Journal No. 41. May 1978. Page 17.
A poor game for Harry Fearnley, but characteristic of Mark Hall's
simple and uncomplicated style of play, which can be very effective -
he has beaten Matthew Macfadyen several times in the last year.
Matthew's style is complex and ambitious; perhaps there is a moral here.
Black: TMark Hall, 2d
White: Harry Fearnley, 1d
Played at the 1978 British Go Congress
The game-file in SGF format.
Figure 1 (1-115) |
[BGJ omitted lettered points Recreated by Jon Diamond.]
- White 6: Unusual. Mark Hall has popularised this move in British
- Black 7-17: This looks good for Black, opposite the 4-4 stone, but
- White 18: ... this breaks the ladder, but neither Black nor White
- White 20: It would be better to pull out 12.
- White 22: Better to invade on the third line. Now black at 114
would be strong.
- White 28: Too close to black's thickness. This extension should be
one point less.
- Black 29; Threatening to kill the corner.
- White 30-32: White establishes himself and black takes his profit
in the corner.
- White 34: Not a severe attack. White A would be better to
strengthen White's broad shimari.
- White 38; To not answer black 37 makes white 34 a meaningless move.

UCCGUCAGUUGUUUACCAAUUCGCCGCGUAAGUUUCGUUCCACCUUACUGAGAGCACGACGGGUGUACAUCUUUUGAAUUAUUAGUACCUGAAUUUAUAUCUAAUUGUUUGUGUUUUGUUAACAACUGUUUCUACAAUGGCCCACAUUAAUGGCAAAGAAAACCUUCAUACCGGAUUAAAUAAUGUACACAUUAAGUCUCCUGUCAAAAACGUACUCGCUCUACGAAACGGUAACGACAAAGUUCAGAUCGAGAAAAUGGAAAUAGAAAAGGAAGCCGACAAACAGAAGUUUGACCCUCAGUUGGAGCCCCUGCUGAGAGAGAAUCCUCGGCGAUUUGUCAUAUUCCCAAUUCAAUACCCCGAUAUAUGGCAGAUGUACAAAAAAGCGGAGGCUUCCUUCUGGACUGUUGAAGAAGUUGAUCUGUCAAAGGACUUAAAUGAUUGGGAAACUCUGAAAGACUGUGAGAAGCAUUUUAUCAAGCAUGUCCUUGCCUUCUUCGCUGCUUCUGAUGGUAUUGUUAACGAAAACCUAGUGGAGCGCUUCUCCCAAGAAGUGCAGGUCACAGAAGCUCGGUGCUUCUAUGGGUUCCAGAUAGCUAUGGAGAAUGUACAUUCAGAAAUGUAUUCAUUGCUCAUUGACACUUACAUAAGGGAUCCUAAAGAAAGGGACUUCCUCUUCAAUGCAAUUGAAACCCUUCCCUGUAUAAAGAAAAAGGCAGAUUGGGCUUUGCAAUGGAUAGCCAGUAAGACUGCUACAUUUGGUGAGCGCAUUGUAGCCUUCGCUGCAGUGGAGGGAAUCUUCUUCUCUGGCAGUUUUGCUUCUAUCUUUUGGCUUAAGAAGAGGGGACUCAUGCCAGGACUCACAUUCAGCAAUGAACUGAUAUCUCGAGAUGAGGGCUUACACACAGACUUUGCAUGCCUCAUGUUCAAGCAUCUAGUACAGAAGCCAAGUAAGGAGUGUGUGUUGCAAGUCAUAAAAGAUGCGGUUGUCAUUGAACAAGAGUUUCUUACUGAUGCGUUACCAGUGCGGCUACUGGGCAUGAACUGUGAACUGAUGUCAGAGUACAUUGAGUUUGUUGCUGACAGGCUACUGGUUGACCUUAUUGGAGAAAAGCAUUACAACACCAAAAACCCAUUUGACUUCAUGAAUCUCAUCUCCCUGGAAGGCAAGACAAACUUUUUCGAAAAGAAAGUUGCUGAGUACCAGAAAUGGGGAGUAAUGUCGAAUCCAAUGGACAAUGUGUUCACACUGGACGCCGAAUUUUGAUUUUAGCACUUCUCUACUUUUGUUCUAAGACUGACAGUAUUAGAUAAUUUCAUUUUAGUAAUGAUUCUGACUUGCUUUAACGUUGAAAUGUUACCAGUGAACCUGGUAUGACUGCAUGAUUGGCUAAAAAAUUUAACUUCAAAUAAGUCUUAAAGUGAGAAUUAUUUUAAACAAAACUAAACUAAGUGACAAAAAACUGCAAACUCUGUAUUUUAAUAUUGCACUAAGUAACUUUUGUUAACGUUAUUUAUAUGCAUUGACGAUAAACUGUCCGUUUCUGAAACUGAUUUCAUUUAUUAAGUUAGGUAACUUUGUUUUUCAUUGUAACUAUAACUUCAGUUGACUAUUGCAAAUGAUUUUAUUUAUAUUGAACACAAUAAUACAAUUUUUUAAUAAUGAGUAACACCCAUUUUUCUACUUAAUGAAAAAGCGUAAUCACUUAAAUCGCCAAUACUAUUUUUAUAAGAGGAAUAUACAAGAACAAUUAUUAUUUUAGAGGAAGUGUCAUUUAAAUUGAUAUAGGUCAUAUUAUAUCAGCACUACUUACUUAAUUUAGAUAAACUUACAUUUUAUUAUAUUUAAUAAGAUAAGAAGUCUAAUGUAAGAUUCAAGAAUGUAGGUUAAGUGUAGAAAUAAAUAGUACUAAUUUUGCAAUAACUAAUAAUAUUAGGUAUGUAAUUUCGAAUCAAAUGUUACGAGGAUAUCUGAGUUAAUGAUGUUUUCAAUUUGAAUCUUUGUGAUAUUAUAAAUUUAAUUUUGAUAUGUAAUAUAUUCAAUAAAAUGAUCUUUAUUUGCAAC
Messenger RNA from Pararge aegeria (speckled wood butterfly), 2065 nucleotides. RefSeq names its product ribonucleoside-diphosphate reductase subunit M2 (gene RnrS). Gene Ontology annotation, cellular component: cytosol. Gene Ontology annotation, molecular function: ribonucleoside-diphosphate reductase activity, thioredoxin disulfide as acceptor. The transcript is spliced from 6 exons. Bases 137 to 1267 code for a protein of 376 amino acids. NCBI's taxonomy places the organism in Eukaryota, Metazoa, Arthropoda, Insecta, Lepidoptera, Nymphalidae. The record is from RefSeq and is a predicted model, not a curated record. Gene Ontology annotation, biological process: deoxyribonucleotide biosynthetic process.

- Black 39 & 41 are profitable and in sente. White's right hand
area is very thin and weak.
- Black 43: Mark's favourite invasion of his favourite shimari.
- White 46: Nice shape, but black has no problem in living.
- White 56: A mistake because it threatens nothing.
- Black 57: Natural. Now white has no attack on any black group and
is far behind on territory.
- White 58-72 are not very effective as Black can easily save 67 and
- White 80: Aji keshi, losing the possibility of moves such as B to
cut off the Black stones.
- White 86 must be at 88 or C. Black is now able to secure himself
- White 90: This is the time to play at 98, while black is sure to
- White 106: A blunder, he must just descend straight to the edge,
inviting black to kill white, before black himself is killed.
White resigned after black 115.
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